Apr 4,2017 / News / Legal Brief

It is standard practice for competition regulators, empowered by legislation to monitor and evaluate mergers, to set minimum financial or market share thresholds which must be met or exceeded before parties to a merger are required to notify those mergers for approval.


The International Competition Network’s (“ICN”), Recommended Practices for Merger Notification Procedures, 2002 (“Recommended Practices”) states the following regarding merger notification procedures and thresholds:

  • In establishing merger notification thresholds, each jurisdiction should seek to screen out transactions that are unlikely to result in an appreciable competitive effect within the specific country. In other words merger notification thresholds should take into consideration appropriate standards of materiality as to the level of “local nexus” required, such as material sales or assets levels within the territory of the country concerned.
  • This “local nexus” approach does not preclude the use of ancillary thresholds based on worldwide activities of the parties as an additional prerequisite, but revenues or assets attained from worldwide activities should not be sufficient to trigger a merger notification requirement in the absence of a “local nexus” such as revenues or assets in the country concerned, exceeding an appropriate materiality threshold.
  • The “local nexus” thresholds should also be confined to the relevant entities or businesses that will be combined in the proposed transaction. In particular, the relevant sales and/or assets of the acquired party should be limited to the sales and/or assets of the specific business being acquired.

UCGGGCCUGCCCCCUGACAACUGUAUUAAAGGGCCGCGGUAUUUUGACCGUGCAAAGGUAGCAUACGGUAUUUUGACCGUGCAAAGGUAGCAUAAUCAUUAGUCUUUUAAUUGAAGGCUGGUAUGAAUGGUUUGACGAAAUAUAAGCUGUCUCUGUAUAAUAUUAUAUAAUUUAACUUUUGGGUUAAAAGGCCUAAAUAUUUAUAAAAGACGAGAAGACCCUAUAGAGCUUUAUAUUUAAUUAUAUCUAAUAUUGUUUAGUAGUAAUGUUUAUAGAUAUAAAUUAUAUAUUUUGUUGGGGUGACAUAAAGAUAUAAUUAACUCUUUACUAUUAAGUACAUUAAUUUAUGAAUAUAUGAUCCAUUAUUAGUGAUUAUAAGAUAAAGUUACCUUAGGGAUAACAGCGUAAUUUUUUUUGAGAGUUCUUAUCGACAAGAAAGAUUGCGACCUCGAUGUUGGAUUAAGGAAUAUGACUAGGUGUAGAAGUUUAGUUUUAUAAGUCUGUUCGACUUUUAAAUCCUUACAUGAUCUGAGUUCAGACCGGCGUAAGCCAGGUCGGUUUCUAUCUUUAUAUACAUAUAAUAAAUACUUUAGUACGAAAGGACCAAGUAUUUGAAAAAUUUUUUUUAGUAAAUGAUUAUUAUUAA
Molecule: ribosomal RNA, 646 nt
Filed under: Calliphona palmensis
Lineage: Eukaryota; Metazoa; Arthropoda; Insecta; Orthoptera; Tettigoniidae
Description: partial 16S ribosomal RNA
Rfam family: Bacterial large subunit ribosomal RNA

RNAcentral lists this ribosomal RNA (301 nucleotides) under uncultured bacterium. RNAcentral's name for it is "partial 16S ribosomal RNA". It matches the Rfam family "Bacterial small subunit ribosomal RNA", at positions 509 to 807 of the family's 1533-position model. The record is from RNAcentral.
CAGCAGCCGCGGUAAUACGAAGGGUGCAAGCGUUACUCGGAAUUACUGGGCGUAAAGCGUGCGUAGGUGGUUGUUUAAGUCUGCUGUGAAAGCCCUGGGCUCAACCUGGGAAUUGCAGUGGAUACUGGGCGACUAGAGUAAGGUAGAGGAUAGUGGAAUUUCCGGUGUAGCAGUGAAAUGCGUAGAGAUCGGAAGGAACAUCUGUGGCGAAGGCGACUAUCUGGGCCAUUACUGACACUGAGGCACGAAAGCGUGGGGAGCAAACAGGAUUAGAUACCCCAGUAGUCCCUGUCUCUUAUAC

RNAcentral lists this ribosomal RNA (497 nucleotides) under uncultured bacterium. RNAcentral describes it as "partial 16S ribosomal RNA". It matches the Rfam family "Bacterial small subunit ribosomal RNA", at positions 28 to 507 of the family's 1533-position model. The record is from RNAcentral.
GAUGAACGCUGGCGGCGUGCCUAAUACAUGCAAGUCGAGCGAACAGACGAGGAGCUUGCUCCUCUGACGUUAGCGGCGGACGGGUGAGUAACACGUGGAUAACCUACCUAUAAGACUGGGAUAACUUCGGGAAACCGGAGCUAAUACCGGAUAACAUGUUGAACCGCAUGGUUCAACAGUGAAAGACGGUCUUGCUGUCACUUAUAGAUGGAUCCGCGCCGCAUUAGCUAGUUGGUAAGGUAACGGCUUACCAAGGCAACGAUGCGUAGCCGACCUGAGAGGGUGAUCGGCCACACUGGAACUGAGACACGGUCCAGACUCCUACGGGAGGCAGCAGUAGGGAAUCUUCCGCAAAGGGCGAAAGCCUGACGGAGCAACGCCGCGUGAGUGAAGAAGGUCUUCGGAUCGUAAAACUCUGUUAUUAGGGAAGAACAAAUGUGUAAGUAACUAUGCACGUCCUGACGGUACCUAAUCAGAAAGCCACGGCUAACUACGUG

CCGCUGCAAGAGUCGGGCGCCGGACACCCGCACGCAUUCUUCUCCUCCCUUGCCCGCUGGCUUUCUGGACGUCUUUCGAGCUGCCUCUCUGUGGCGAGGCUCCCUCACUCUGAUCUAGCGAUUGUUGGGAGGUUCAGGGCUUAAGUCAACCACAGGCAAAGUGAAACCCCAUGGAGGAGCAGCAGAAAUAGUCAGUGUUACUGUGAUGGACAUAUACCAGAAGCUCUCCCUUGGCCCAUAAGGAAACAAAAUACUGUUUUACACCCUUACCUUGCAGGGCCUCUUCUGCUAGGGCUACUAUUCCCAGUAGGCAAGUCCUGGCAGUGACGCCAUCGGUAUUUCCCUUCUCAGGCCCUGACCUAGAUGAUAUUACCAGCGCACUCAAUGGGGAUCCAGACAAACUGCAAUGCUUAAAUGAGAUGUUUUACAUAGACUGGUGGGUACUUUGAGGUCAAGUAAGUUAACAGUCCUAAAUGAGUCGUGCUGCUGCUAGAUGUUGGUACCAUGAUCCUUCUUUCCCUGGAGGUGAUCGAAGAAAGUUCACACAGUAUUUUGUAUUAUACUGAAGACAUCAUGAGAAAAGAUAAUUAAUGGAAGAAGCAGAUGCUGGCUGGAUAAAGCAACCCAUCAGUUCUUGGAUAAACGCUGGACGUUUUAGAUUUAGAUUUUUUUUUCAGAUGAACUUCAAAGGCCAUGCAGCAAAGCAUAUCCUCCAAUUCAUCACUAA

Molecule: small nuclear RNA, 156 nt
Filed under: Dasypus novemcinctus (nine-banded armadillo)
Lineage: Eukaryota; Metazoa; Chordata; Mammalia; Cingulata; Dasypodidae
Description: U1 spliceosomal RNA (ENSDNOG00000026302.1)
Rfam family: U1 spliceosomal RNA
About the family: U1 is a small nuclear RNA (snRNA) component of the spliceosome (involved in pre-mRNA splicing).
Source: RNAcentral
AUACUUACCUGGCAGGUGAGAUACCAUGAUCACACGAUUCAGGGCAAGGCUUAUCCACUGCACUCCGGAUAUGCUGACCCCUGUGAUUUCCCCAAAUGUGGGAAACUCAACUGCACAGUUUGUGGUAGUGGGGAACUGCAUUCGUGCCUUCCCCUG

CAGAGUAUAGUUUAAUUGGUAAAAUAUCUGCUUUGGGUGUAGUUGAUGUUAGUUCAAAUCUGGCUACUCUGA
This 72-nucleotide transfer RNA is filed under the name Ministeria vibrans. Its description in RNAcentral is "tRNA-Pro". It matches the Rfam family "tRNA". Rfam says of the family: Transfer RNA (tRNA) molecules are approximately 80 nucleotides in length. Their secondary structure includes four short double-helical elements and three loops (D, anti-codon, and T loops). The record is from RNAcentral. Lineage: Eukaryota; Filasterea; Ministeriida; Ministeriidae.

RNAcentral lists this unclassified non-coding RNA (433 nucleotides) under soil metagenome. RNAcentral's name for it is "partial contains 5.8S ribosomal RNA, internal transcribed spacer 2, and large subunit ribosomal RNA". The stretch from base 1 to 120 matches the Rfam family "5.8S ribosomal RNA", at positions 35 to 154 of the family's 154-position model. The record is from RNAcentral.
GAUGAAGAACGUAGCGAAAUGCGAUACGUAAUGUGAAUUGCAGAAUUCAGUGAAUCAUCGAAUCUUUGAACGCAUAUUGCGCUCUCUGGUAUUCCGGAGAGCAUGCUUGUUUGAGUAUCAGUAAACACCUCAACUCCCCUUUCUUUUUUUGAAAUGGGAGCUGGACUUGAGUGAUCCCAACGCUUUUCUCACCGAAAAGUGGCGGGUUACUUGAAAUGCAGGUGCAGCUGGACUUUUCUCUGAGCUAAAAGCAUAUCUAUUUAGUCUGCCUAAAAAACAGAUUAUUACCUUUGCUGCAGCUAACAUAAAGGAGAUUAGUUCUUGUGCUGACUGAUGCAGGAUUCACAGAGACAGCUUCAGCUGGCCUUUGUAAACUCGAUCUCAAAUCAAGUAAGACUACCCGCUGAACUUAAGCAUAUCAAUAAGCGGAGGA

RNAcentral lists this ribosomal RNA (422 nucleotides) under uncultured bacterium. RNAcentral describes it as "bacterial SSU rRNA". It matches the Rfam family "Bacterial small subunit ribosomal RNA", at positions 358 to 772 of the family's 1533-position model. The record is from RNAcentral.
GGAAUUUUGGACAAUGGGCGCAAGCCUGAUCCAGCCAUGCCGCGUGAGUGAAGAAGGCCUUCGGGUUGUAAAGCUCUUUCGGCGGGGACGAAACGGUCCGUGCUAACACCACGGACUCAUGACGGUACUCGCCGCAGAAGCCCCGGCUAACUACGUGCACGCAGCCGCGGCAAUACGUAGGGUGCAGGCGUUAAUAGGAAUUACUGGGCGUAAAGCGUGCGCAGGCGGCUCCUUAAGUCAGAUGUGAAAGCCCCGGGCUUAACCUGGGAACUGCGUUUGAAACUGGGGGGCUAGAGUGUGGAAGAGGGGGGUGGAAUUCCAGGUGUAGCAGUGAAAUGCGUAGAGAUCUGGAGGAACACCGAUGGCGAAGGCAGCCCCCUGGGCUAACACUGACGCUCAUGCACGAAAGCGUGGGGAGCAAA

Overly broad criteria could increase the financial cost of mergers and cause unnecessary delays in implementing transactions. Also, certainty as to regulatory obligations in various jurisdictions is of utmost importance, especially when compulsory merger notification, coupled with the possibility of significant fines for non-compliance, is required.

During December 2016, without any specific announcement by the Swaziland Competition Commission (“SCC”), the merger notification thresholds were re-aligned in Swaziland.


The Swaziland Competition Act (No. 8 of 2007) and the SCC’s External Merger Guidelines (“SCC Guidelines”) indicate that all mergers, regardless of the merging parties’ turnover or asset value or their market share, are notifiable. The Swaziland Competition Act distinguishes between small and large mergers, with small mergers not incurring any filing fee. What is important to note, is that recent amendments to the SCC Guidelines published during December 2016 resulted in a changed approach to merger thresholds.

Previously, companies were required to pay a filing fee based on the value assets or turnover of the merging firms situated in Swaziland. However, a small change, through the inclusion of 2 words – and out – changed this methodology overnight.

The relevant provision of the SCC Guidelines provides as follows:

“28. For all other transactions classified as large mergers, the filing fee payable is 0.1% (zero point one percent) of the merging enterprises’ combined annual turnover or assets whichever is greater. The fee is calculated on the assets or turnover of the merging firms situated in and out of the country.” (Our emphasis)